6 Replies
      Latest reply on Jul 19, 2018 5:11 AM by madsolar8582
      madsolar8582 Level 1 Level 1 (0 points)

        At WWDC this year, I was in the Network.framework session where the presenter had mentioned to switch from using SCNetworkReachability and use the capabilities provided by the new Network.framework. I'm in the process of doing so, but I'm unsure as to how to proceed with identifying the network interface that the update is for. In the SCNetworkReachability world, you call SCNetworkReachabilityGetFlags and check the value by ANDing with the interface you want. For the nw_path_t, do you call the nw_path_enumerate_interfaces function and try to query each nw_interface_t or do you make repeated calls to nw_path_uses_interface_type to determine the interface?

         

        Sample:

        - (void)setupNetworkMonitoring
        {
            dispatch_queue_attr_t attrs = dispatch_queue_attr_make_with_qos_class(DISPATCH_QUEUE_SERIAL, QOS_CLASS_UTILITY, DISPATCH_QUEUE_PRIORITY_DEFAULT);
            self.monitorQueue = dispatch_queue_create("com.example.network-monitor", attrs);
            
            // self.monitor = nw_path_monitor_create_with_type(nw_interface_type_wifi);
            self.monitor = nw_path_monitor_create();
            nw_path_monitor_set_queue(self.monitor, self.monitorQueue);
            nw_path_monitor_set_update_handler(self.monitor, ^(nw_path_t _Nonnull path) {
                nw_path_status_t status = nw_path_get_status(path);
                // Determine the active interface, but how?
                switch (status) {
                    case nw_path_status_invalid: {
                        // Network path is invalid
                        break;
                    }
                    case nw_path_status_satisfied: {
                        // Network is usable
                        break;
                    }
                    case nw_path_status_satisfiable: {
                        // Network may be usable
                        break;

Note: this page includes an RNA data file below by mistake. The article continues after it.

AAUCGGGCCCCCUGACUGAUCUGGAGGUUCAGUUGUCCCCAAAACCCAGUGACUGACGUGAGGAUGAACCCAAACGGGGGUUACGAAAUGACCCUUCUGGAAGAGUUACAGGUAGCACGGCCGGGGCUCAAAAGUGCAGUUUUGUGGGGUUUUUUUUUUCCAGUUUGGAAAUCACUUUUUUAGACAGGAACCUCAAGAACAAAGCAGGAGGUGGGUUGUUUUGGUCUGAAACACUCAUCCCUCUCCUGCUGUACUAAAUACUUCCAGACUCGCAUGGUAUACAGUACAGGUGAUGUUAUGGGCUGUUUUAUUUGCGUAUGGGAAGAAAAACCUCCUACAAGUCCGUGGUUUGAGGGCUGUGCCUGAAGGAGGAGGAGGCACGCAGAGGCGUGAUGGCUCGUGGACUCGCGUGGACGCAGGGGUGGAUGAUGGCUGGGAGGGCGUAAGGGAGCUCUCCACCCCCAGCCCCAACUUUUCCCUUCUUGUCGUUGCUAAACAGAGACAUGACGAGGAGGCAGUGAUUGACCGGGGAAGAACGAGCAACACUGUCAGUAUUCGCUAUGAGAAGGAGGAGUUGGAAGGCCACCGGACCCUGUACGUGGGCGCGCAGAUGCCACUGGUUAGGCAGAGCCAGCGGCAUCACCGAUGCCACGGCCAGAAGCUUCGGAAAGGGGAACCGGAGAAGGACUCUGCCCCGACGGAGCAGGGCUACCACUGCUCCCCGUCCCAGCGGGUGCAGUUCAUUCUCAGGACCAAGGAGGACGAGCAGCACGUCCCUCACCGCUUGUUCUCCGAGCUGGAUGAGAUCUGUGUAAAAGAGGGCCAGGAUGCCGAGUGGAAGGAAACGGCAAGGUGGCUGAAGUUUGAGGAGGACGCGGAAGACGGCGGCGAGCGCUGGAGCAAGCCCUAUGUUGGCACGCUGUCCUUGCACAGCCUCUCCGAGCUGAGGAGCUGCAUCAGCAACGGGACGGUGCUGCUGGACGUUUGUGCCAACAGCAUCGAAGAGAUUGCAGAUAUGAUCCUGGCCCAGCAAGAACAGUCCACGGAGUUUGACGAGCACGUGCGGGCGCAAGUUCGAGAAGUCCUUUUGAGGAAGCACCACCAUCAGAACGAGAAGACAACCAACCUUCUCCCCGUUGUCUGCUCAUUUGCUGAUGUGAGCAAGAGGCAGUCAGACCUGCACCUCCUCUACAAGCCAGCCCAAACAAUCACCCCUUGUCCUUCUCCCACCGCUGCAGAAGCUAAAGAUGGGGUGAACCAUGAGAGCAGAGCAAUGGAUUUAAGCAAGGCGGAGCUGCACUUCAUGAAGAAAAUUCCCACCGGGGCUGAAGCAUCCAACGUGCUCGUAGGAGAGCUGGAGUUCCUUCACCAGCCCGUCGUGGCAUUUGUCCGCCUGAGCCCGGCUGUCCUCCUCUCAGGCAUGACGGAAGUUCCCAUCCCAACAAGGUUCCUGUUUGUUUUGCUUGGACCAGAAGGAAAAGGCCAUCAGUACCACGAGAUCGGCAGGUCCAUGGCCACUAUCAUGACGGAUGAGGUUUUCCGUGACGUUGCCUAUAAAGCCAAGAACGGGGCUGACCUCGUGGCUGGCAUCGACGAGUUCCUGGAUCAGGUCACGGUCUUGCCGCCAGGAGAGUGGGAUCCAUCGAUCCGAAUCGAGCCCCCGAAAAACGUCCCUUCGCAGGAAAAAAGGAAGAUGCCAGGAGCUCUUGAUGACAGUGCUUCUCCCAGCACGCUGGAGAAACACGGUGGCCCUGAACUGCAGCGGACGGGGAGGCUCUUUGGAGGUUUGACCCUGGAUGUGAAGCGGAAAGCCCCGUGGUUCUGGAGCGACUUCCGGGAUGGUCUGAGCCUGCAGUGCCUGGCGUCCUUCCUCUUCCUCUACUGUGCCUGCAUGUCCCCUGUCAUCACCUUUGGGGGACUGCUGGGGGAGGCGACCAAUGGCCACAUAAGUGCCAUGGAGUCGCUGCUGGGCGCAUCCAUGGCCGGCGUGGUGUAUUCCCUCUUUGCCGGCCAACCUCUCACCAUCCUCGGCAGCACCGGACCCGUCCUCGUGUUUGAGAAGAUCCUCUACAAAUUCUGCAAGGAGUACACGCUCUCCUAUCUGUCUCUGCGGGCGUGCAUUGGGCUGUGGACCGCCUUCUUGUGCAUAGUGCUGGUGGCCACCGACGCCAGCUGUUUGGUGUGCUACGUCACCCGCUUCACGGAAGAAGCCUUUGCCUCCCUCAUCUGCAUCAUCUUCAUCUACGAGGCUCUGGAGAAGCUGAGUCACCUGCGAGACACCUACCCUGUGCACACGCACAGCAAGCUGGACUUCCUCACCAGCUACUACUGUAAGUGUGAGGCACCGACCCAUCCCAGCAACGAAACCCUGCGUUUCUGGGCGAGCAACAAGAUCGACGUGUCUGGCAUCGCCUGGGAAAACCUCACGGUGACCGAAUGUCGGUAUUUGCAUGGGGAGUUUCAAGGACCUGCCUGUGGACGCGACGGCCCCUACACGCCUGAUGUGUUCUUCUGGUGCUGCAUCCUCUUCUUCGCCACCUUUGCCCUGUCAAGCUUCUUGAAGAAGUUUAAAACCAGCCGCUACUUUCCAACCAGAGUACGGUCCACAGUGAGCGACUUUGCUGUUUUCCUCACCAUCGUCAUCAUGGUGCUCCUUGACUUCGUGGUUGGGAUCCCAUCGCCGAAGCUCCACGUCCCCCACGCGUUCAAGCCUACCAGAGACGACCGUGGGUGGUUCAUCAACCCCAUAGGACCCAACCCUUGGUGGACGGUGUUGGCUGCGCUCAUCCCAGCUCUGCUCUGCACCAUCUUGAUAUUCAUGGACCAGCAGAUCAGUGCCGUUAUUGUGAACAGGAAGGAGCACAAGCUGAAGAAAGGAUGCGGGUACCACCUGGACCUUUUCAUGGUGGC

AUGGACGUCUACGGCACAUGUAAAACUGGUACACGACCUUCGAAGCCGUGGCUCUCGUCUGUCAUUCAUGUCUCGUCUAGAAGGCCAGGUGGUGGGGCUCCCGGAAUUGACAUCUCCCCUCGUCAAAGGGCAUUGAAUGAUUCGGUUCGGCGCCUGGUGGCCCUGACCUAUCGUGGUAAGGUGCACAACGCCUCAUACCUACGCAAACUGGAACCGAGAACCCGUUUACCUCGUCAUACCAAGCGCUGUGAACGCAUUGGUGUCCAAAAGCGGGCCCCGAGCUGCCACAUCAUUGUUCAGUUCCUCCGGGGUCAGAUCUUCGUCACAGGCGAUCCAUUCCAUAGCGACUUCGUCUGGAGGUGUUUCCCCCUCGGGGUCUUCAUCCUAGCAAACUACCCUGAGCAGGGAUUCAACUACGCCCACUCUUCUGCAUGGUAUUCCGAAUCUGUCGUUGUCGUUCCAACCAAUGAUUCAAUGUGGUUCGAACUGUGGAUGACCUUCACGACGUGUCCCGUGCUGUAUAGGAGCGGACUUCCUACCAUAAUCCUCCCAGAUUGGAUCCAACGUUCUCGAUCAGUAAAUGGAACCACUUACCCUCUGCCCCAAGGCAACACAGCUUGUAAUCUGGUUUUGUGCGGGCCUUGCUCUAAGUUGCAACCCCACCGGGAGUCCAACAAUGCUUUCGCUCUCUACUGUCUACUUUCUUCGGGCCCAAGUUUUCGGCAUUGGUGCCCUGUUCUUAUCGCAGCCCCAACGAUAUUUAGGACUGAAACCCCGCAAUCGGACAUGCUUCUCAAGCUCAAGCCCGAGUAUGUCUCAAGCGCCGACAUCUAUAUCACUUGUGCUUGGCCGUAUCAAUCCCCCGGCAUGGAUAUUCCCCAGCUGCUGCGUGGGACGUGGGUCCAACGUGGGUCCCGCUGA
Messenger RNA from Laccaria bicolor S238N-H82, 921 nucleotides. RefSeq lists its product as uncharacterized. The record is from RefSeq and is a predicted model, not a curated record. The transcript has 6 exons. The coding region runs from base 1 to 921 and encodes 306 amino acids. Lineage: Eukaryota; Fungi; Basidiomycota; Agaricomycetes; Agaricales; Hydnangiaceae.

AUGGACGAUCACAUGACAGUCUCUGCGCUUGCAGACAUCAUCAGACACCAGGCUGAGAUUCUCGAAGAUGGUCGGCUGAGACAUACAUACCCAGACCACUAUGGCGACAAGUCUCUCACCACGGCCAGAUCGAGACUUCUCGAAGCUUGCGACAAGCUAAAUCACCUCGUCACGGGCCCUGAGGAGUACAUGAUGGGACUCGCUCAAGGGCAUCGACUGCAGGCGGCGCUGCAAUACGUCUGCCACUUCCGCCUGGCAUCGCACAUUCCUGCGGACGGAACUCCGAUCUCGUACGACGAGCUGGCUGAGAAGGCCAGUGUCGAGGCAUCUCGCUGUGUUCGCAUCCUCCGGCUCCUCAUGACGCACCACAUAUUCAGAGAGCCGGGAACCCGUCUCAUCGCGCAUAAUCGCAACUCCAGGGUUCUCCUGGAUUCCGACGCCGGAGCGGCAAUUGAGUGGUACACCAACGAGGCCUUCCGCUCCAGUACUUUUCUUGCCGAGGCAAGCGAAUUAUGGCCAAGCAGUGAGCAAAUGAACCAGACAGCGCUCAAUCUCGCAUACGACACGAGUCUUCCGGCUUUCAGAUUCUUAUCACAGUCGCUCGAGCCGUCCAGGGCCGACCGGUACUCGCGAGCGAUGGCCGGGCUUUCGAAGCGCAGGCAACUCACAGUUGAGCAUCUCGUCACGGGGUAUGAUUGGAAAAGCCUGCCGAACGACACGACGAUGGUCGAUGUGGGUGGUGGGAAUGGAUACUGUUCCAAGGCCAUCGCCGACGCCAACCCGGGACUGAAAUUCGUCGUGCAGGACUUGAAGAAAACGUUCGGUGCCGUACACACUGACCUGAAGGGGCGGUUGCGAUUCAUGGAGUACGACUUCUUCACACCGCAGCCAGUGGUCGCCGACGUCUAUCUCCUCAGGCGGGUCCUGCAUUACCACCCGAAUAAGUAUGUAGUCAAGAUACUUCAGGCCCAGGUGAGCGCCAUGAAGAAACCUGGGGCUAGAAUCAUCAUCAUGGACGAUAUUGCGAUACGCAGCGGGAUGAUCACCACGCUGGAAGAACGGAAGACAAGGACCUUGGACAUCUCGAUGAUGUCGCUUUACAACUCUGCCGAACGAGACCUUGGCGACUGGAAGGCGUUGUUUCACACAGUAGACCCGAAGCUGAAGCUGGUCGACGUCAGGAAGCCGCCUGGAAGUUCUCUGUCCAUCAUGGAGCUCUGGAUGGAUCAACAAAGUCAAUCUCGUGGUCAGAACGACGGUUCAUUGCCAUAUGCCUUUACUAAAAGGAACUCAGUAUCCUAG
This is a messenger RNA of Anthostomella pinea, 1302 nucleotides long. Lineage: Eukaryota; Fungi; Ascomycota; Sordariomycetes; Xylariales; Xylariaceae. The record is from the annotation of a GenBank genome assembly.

}
                    case nw_path_status_unsatisfied: {
                        // Network is not usable
                        break;
                    }
                }
            });
            
            nw_path_monitor_start(self.monitor);
        }
        
        • Re: Replacing SCNetworkReachability with NWPathMonitor
          eskimo Apple Staff Apple Staff (10,015 points)

          It’s hard to answer this without knowing more about your high-level goal.  What are you currently using reachability for?  Basic connectivity testing?  Determining whether the connection is expensive (like running over WWAN)?

          Share and Enjoy

          Quinn “The Eskimo!”
          Apple Developer Relations, Developer Technical Support, Core OS/Hardware
          let myEmail = "eskimo" + "1" + "@apple.com"

            • Re: Replacing SCNetworkReachability with NWPathMonitor
              madsolar8582 Level 1 Level 1 (0 points)

              Hi Quinn. Some of our apps have the functional requirement of disabling functionality when the user does not have a network connection and adjusts the UI accordingly. The network interface in the reachability update allows us to show the correct image alongside an appropriate string. Note: using NSURLSessionConfiguration's waitsForConnectivity doesn't quite fit the bill.

                • Re: Replacing SCNetworkReachability with NWPathMonitor
                  eskimo Apple Staff Apple Staff (10,015 points)

                  Just as an aside, I generally disagree with the notion of disabling functionality when there’s no network available.  The problem is that reachability (both SCNetworkReachability and NWPathMonitor) is not perfect; it can result in both false positives (saying that something is reachable when it’s not) and false negatives (saying that something is unreachable when it is).  It also suffers from TOCTTOU issues.

                  Consider this scenario:

                  1. User is on a train, writing an email in Mail.

                  2. Just as their done, the train goes into a tunnel.

                  3. Mail detects that and disables its Send button.

                  4. User swears loudly.

                  5. User has to wait for the train to leave the tunnel before they can tap Send.

                  A better approach, and the one actually used by Mail, is that to keep the Send button enabled and, when the user sends the message, it starts a network request for it.  That request will run as soon as the train comes out of the tunnel.